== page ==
CAR-T cell therapy faces challenges in dealing with tonic signaling, antigen loss and low antigen density (82). Tonic signaling refers to the state where CAR-T cells remain active and release cytokines even in the absence of normal stimulation, potentially leading to cytotoxicity and unnecessary inflammation (83). Antigen loss occurs when tumor cells lose the antigens originally targeted by CAR-T cells, rendering the CAR-T cells unable to effectively kill these tumor cells, resulting in treatment failure or relapse (84). Low antigen density is also a notable challenge, as it means that there are fewer antigens on the surface of target tumor cells. This low antigen density may prevent CAR-T cells from accurately recognizing and attacking the target cells, thereby reducing treatment efficacy (85). It has been revealed that by improving the design of CAR-T cells and introducing switchable activation technology, they can remain silent or regulate their activity when lacking stimulation (22). To address the issues of antigen loss and low antigen density, multi-antigen-targeting CAR-T cells are being designed to simultaneously attack multiple antigens, reducing the impact of losing a single antigen (82). Additionally, co-stimulatory molecules are utilized to enhance CAR-T cell recognition and cytotoxic activity against tumor cells (84). The phenotype and functional characteristics of CAR-T cells is also affected by the selection of the co-stimulatory domain (26). Through pre-clinical investigations, the incorporation of a BBζ co-stimulatory domain has been shown to preserve a greater frequency of central memory CAR-T cells when compared with CD28ζ-containing CAR-T cells, which were enriched for effector memory phenotype cells (25,86). However, this mainly applies to the second and third generation CAR-T structure design. In comparison with terminally differentiated effector cells, central memory CAR-T cells that have been enriched with the BBζ co-stimulatory structural domain are less differentiated and can give rise to daughter cells that perform cytotoxic functions, whilst continuing to replenish the population of memory cells for a longer response duration, thus eliciting improved tumor control (86). Activation of the BB pathway has been shown to promote T cell proliferation through the regulation of cyclin-dependent kinases and to sustain the survival of activated T cells. In trials involving patients with B cell lymphoma subsets and chronic lymphocytic leukemia, the median progression free survival of patients treated with CD28ζ CAR-T cell products has in a number of cases spanned from 8–36 months (84). Furthermore, there is strong evidence in support of both CD28ζ and BBζ CAR-T cells, with subsets of treated patients remaining in ongoing remission 7–10 years post-treatment (25,87). Analogous to investigations into BBζ CAR-T cells, the addition of TNF-R superfamily molecules, such as CD27 and OX40, in CAR design has led to improved antigen-dependent memory formation and enhanced T cell survival (88).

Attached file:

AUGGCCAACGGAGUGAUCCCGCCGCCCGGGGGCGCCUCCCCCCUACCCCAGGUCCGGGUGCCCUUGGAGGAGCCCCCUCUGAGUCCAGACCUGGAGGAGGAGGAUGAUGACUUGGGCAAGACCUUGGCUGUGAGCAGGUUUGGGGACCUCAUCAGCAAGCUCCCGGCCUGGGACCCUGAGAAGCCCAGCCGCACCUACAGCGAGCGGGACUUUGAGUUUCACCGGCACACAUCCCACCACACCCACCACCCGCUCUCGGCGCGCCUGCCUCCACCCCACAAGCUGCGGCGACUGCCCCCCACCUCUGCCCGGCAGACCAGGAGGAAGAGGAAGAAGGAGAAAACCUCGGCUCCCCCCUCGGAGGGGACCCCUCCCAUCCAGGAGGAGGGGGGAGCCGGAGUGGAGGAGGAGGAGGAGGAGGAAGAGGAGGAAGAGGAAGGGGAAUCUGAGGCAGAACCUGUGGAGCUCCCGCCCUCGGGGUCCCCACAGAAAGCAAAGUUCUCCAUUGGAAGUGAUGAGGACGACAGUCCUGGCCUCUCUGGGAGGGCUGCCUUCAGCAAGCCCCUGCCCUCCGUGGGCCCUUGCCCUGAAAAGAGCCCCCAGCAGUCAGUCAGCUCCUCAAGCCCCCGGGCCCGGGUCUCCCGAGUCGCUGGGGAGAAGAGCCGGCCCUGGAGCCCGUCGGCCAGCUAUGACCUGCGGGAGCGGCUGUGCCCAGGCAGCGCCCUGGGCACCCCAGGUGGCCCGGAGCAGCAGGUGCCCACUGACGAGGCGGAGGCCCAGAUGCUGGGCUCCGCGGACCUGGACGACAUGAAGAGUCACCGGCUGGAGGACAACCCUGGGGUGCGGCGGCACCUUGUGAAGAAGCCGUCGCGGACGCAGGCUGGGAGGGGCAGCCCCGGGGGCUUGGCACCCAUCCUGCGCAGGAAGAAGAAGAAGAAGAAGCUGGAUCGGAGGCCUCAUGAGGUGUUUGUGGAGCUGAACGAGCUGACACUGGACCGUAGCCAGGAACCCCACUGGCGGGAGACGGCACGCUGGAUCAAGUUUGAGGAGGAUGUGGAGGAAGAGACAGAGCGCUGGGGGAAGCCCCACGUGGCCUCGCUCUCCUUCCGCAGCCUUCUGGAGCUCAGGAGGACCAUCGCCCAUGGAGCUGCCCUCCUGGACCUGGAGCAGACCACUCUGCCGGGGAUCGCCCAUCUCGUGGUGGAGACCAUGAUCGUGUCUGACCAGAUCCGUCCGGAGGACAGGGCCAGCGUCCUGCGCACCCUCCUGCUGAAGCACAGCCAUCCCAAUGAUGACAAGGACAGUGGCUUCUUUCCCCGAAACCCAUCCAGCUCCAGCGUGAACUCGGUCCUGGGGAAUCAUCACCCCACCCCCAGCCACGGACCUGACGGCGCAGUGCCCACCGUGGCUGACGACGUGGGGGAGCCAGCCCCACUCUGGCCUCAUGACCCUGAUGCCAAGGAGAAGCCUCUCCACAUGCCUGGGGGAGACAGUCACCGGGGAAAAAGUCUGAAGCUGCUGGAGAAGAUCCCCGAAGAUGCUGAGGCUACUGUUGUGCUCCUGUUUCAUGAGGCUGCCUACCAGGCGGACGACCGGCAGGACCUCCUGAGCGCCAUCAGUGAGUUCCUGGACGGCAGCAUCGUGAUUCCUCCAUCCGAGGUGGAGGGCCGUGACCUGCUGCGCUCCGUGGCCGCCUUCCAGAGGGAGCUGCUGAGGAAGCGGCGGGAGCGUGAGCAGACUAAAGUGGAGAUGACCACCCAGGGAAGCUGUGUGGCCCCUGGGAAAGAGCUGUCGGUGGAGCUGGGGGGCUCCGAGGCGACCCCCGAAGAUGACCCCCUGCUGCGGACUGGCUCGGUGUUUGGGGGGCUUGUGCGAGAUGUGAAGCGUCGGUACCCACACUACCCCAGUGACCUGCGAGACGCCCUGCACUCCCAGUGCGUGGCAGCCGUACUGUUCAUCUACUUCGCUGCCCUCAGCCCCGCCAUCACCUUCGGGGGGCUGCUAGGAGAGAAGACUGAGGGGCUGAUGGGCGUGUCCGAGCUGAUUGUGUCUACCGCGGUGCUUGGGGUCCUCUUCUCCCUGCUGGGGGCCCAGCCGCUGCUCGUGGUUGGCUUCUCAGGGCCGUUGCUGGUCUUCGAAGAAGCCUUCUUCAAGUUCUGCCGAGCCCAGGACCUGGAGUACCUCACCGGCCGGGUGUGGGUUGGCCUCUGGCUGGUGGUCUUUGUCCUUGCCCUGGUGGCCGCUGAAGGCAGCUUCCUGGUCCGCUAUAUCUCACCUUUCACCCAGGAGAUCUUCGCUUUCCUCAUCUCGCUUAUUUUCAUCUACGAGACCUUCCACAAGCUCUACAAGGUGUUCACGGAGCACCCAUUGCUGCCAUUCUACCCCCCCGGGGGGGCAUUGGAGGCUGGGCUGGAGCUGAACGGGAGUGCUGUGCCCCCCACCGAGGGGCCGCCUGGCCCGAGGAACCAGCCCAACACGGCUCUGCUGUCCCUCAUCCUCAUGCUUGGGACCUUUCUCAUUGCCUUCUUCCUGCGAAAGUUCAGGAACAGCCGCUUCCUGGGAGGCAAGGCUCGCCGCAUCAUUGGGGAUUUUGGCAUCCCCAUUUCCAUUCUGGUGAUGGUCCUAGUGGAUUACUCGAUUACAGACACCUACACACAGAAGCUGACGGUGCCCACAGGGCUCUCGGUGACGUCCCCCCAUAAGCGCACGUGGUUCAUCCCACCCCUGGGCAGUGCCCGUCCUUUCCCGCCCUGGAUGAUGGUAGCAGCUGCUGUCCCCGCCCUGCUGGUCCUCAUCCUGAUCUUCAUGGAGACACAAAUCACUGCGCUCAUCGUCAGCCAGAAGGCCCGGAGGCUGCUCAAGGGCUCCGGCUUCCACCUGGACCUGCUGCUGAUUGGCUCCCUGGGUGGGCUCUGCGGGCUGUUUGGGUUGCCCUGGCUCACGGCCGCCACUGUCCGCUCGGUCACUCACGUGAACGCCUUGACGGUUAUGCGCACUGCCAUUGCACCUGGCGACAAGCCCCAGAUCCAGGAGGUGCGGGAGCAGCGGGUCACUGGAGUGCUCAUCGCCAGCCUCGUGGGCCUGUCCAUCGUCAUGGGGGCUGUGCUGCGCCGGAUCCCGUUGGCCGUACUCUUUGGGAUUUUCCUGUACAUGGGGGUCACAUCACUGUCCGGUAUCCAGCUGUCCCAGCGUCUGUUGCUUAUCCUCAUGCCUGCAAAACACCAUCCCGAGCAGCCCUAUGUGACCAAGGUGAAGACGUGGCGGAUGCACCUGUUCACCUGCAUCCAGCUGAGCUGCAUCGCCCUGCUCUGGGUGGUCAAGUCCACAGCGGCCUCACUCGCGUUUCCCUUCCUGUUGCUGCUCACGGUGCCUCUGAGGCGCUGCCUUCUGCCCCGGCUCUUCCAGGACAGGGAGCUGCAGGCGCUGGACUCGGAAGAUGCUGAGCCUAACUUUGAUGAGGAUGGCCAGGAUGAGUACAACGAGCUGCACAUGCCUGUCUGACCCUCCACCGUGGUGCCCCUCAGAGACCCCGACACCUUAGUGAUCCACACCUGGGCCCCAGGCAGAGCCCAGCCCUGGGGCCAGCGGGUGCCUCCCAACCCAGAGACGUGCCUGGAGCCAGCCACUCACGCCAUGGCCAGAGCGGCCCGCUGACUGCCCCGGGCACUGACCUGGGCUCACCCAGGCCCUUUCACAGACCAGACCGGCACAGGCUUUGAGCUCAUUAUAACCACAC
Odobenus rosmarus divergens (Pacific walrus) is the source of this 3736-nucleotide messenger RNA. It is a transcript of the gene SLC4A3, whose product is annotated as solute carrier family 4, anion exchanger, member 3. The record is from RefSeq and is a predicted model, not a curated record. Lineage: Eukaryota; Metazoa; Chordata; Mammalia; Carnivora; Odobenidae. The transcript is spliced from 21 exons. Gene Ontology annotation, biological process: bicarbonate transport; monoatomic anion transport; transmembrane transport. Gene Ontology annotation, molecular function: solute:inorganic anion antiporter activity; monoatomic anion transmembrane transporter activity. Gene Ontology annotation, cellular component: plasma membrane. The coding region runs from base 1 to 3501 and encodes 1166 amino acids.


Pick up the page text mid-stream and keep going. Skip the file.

CAR-T cell therapy representative drugs